He left Haworth for a position at Muskegon-based furniture maker Shaw-Walker Co. in 1989. Three months later the company was acquired by Westinghouse Electric Corp. as part of its furniture division, today known as Knoll, and Reardon was subsequently laid off. During his employment search, he approached the executive director of BIFMA, Stephen Channer. The industry was on a downward slope at the time, and Channer knew of no opportunities in the market, but he did have an opening in his office. Channer stepped down after 15 years in 1992. He was replaced by Steelcase veteran Russell Coyner. Reardon was named acting executive director following Coyner’s sudden death from a heart attack in 1997.
Reardon is only the association’s fourth leader. It was founded in 1973 by former Herman Miller executive Eugene Eppinger as a vehicle for the maturing industry to cooperate and collaborate. Core services are government relations, the development of industry standards and the aggregation of market data. By pooling industry data, member firms no longer need to conduct their own lengthy investigations of the market.
“Instead of everyone spending money looking at how big the chair segment is, we just pool our resources,” Reardon said.
The group also has been the platform for the development of industry standards for safety and performance, alleviating burdensome government oversight. In recent years, it has concentrated heavily on ergonomics, toxicity and, most of all, sustainability. “We’re the voice of the industry,” Reardon said. “I believe this organization has a responsibility to lead the industry. Right now, we’re seeing that in sustainability.”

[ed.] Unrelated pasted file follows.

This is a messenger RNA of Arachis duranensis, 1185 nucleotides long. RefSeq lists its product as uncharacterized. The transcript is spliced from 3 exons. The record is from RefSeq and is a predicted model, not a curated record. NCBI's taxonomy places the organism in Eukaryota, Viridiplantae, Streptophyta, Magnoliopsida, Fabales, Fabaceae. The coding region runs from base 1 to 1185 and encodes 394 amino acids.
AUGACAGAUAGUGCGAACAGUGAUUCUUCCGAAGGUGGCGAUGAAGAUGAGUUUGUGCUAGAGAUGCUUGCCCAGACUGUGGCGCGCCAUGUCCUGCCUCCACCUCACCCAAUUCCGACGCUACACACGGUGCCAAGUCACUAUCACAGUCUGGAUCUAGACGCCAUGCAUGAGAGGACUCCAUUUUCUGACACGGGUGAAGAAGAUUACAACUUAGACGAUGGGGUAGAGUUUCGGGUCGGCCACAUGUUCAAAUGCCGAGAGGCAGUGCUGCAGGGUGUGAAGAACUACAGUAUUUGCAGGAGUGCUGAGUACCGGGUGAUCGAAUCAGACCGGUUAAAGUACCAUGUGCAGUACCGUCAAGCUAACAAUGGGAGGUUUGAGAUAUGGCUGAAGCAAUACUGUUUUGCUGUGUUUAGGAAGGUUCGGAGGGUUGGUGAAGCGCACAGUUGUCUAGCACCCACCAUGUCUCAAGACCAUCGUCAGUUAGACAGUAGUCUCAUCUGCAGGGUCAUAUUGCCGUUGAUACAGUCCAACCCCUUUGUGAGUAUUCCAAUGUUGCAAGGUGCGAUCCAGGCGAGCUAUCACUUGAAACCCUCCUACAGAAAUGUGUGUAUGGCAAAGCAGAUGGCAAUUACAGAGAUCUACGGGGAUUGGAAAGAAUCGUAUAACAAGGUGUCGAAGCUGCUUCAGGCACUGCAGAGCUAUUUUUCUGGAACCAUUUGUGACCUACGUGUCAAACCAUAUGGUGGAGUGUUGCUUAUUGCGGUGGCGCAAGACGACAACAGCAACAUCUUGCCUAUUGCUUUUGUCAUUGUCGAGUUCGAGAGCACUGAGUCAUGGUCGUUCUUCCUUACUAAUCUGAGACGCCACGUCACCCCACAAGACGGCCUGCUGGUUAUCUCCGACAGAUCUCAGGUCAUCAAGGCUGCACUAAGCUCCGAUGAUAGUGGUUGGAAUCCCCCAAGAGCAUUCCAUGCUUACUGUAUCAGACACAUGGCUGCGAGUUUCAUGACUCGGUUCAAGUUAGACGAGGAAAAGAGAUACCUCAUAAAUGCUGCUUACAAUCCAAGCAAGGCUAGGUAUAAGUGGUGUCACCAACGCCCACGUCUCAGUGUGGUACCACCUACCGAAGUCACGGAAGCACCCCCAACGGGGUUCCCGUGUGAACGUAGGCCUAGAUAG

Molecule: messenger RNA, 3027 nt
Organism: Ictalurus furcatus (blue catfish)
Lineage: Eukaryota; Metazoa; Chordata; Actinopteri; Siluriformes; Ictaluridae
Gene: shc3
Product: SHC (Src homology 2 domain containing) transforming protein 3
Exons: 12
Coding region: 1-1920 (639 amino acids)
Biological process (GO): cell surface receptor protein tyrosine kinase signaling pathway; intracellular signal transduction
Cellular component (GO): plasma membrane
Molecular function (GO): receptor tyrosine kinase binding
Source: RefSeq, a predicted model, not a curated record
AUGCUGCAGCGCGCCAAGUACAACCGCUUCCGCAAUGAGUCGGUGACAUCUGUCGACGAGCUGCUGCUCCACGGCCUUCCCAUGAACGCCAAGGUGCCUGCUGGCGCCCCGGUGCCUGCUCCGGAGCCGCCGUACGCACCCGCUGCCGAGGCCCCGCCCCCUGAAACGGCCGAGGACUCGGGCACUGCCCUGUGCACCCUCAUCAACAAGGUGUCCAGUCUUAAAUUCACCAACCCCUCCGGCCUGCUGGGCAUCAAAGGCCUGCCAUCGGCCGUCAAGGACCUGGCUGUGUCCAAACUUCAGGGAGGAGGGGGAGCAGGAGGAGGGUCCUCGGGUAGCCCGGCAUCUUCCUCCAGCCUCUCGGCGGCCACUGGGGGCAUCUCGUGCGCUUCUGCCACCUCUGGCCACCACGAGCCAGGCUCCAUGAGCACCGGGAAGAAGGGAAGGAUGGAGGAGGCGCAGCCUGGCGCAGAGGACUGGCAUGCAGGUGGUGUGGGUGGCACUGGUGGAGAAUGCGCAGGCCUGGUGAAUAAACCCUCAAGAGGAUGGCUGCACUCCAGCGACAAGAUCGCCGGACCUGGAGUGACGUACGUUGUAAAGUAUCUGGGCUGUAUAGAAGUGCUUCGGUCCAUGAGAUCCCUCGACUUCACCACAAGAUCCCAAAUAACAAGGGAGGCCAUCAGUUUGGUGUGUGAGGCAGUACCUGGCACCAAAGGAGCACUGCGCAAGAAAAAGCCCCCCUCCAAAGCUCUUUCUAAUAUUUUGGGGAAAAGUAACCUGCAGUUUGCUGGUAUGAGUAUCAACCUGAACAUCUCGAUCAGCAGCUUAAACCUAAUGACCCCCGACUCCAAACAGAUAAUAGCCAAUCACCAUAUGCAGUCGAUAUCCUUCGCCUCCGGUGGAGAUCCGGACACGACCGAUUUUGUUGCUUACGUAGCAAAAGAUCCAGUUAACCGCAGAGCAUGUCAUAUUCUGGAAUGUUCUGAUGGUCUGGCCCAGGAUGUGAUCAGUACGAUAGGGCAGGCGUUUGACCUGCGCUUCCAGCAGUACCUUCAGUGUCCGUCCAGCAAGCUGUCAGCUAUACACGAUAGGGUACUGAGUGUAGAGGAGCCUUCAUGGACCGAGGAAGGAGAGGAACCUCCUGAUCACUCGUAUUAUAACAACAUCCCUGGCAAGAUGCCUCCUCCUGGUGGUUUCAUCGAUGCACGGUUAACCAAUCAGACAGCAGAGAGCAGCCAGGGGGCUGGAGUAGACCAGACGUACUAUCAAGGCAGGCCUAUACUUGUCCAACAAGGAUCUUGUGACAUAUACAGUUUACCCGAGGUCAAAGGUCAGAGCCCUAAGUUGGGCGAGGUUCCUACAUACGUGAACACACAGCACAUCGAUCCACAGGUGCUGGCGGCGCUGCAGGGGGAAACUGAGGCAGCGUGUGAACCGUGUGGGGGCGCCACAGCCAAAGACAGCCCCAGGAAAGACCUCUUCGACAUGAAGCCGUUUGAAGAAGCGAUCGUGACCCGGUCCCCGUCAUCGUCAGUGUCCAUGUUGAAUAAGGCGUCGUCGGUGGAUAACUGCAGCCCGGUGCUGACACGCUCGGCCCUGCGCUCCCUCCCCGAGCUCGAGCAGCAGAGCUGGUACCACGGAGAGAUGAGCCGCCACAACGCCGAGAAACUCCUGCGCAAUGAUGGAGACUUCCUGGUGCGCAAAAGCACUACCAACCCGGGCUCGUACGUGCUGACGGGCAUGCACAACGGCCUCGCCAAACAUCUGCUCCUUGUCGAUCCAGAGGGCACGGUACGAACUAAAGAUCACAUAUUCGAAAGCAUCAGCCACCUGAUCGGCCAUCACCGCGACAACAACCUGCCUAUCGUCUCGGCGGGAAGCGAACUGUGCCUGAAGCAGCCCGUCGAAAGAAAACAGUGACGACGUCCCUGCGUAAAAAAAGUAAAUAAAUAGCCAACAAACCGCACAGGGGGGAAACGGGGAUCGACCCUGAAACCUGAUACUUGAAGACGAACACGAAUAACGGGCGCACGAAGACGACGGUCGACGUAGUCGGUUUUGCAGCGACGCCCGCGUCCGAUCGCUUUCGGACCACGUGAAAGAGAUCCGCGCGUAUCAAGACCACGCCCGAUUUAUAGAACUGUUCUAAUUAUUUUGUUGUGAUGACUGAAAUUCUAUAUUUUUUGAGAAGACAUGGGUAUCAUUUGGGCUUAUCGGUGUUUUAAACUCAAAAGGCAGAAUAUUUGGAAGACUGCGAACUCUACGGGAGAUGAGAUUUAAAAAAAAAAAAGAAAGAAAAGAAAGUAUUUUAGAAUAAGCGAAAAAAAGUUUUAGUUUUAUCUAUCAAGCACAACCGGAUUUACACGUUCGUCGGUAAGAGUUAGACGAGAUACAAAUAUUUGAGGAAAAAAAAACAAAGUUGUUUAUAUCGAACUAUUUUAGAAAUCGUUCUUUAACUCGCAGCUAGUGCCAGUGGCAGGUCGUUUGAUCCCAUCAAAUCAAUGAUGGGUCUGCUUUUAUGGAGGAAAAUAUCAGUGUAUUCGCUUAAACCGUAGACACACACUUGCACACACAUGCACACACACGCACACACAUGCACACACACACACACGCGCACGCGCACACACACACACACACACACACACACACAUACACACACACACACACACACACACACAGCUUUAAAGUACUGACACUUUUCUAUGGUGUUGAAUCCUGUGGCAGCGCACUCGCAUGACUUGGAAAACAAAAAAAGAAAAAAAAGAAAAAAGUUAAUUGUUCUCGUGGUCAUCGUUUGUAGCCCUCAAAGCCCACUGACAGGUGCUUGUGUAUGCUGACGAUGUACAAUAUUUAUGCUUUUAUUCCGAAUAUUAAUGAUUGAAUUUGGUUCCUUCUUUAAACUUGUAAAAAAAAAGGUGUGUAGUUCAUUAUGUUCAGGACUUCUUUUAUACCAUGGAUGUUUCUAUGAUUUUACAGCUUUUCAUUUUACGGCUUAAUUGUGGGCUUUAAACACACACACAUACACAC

The office furniture industry was one of the first sectors to wholeheartedly adopt sustainable business standards. BIFMA has offered assistance along the way, including a set of manufacturing guidelines two years ago, and is now facilitating the development of an exhaustive set of product guidelines through a broad group of industry stakeholders.
“We’re seeing a potential fragmentation and proliferation of different standards, much like we did with performance and safety in the ’70s,” Reardon said. “The industry could be pulled in a lot of different directions, and we thought it was our responsibility to bring some standardization and harmonization to the field.”